E's chars are standard 16-bit unicode characters. Character literals are written just as in Java, a single quote, a character specifier (***what's the name for this***) and a closing single quote. The character specifier can be a single non-special character, or a backslash followed by an escape sequence.
? pragma.syntax("0.8") ? 'a'.asInteger() # value: 97 ? '\n'.asInteger() # value: 10
Here are the char operators in precedence order:
Boolean Comparisons (non-associative)
As you'd expect.
Magnitude Comparisons (non-associative)
If you ask the chars to compare themselves, they compare according to their unicode character codes. For locale-specific sorting orders, see ***.
Additive Expressions (left associative)
You can add a char and an integer to get a new char whose character code differs by that amount. You can subtract two chars to get the distance between their character codes.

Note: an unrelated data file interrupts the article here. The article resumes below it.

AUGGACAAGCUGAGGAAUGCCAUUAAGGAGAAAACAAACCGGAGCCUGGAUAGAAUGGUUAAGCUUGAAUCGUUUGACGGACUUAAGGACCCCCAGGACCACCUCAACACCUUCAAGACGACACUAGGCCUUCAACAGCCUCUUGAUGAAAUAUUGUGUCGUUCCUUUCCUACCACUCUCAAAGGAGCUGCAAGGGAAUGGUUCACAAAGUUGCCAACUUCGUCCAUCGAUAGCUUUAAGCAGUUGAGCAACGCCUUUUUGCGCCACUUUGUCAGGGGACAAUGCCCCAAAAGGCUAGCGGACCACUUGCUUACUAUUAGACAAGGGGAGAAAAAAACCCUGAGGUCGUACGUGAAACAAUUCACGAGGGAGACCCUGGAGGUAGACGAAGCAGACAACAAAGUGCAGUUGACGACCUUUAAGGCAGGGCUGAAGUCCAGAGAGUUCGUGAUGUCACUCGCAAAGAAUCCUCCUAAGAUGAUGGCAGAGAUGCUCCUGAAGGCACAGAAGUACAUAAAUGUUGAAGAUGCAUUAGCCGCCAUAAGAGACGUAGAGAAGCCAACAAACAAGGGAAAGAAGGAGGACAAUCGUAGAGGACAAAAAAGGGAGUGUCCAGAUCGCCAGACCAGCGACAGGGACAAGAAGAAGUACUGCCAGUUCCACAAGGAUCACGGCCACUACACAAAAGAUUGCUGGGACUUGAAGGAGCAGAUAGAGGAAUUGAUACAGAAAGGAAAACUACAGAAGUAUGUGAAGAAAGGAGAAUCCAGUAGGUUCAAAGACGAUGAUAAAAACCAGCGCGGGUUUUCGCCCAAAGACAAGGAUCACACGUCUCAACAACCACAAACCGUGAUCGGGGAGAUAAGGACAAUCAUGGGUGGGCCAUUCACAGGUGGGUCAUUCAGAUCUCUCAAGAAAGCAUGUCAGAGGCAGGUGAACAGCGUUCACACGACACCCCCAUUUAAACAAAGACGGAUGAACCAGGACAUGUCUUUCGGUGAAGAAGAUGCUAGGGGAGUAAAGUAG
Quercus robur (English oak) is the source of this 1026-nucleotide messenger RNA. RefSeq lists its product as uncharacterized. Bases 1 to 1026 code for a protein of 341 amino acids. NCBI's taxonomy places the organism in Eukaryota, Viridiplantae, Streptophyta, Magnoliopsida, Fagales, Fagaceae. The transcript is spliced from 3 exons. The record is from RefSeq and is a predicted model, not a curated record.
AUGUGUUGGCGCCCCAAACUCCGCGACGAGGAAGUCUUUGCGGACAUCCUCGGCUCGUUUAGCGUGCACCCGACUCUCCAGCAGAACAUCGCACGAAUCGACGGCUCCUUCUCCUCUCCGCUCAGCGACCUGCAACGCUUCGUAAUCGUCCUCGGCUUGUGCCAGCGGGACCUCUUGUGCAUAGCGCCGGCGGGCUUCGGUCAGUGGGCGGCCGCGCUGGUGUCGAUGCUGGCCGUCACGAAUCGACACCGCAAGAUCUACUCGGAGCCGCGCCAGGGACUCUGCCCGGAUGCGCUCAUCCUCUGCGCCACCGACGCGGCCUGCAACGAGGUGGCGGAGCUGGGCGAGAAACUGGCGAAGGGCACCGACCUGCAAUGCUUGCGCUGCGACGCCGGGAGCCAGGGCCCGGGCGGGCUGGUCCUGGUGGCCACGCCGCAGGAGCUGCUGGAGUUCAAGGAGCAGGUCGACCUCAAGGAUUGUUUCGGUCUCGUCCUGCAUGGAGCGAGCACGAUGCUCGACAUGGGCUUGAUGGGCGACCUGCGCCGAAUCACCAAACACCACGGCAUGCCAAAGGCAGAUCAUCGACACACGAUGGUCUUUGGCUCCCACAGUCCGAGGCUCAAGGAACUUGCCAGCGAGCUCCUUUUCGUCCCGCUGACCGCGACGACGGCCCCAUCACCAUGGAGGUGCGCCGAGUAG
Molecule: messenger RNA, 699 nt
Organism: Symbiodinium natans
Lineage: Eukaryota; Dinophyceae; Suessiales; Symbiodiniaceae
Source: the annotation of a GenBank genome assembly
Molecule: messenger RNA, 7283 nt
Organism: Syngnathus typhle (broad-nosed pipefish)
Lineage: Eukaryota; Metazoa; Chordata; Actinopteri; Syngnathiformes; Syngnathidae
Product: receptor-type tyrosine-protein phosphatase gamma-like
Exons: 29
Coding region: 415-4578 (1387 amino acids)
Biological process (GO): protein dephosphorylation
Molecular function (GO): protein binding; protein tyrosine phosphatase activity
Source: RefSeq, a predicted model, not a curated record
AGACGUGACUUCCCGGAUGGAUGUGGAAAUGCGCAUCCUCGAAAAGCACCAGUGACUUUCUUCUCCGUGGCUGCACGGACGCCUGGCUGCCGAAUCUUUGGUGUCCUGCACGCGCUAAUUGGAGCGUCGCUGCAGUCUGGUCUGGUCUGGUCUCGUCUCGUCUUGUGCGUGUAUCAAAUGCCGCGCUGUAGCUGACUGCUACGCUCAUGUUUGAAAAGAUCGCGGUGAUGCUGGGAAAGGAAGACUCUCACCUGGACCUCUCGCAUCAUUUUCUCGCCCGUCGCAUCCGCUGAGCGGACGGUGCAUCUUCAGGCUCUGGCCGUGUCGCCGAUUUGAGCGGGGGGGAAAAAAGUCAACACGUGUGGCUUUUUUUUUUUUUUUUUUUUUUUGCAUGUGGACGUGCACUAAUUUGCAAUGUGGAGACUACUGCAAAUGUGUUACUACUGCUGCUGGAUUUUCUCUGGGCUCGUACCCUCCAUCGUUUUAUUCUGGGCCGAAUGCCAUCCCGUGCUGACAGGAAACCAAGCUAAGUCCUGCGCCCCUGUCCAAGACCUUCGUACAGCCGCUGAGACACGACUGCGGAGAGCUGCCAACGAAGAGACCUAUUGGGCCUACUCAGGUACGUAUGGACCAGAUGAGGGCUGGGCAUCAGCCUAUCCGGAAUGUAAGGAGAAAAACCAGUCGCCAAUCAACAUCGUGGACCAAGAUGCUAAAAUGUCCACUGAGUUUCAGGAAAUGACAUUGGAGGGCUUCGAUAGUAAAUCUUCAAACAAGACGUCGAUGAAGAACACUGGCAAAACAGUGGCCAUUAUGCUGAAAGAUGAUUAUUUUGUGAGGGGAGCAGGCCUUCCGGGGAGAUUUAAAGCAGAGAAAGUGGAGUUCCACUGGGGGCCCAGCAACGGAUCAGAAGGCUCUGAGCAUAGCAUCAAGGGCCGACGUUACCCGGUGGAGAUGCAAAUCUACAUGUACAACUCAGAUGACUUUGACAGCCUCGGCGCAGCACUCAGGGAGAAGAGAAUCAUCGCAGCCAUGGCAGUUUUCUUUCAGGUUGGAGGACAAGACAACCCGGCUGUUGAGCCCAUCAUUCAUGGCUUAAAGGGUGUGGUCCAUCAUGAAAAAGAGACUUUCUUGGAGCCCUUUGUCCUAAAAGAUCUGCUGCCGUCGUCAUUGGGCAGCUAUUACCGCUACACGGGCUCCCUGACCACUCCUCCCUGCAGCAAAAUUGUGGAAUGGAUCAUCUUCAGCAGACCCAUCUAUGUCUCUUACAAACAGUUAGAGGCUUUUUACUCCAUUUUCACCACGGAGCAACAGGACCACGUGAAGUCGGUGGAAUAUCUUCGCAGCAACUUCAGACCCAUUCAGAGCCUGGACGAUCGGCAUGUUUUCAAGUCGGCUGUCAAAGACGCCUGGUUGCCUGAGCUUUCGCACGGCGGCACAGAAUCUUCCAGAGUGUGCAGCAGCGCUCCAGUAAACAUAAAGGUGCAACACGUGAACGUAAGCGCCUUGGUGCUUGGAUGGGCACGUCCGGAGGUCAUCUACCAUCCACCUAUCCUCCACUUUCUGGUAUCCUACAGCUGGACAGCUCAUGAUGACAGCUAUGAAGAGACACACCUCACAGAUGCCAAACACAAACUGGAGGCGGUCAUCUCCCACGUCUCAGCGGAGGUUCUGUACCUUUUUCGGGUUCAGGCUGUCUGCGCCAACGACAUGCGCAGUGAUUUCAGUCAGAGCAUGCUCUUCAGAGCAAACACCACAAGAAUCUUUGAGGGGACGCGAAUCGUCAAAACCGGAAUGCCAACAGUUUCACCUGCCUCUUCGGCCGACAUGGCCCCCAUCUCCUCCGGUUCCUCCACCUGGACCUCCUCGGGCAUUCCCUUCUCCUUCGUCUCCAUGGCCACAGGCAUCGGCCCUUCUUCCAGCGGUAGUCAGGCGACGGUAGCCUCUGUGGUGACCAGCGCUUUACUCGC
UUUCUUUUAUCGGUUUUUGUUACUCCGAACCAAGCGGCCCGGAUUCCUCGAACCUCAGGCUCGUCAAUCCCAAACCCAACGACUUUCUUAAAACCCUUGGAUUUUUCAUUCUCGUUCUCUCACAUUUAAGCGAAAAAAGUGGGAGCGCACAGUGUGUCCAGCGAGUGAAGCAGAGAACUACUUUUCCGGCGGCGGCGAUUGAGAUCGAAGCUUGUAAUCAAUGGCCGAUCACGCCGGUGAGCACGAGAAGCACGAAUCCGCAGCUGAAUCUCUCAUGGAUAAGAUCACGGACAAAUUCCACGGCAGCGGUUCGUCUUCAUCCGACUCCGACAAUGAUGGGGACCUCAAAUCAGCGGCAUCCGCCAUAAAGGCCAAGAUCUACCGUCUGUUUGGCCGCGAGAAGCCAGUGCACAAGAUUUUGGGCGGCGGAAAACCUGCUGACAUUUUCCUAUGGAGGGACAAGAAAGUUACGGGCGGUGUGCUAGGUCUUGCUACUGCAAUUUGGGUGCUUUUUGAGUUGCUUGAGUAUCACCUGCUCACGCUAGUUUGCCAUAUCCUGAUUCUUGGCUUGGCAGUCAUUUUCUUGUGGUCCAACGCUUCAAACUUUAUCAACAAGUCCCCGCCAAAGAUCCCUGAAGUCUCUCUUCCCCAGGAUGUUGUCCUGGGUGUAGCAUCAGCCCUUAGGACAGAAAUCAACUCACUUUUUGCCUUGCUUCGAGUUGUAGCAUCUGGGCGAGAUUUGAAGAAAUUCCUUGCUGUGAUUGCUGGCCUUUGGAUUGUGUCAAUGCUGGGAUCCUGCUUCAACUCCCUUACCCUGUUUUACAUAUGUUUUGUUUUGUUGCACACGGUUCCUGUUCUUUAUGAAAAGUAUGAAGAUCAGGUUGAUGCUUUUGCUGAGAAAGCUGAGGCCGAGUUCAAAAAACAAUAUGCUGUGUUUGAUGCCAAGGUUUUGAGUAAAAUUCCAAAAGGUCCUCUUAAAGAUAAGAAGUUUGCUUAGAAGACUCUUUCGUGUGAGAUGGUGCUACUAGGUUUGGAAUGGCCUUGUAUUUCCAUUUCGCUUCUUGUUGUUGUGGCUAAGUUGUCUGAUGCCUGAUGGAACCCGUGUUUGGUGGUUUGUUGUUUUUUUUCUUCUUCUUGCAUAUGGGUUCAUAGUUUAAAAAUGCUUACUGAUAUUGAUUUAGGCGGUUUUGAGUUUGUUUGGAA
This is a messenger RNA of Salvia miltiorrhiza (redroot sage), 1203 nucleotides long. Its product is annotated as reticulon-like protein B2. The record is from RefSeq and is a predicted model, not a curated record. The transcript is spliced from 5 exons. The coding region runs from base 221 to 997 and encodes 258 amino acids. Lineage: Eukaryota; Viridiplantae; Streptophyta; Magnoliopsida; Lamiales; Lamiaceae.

Additional char Messages
In addition to the messages corresponding to the above operators, chars respond to the following messages.
? 'a'.asInteger() # value: 97
For additional messages, see the javadoc-umentation for java.lang.Character. Many of the static methods found there will be turned into instance methods on chars, but this hasn't happened yet.
Unless stated otherwise, all text on this page which is either unattributed or by Mark S. Miller is hereby placed in the public domain.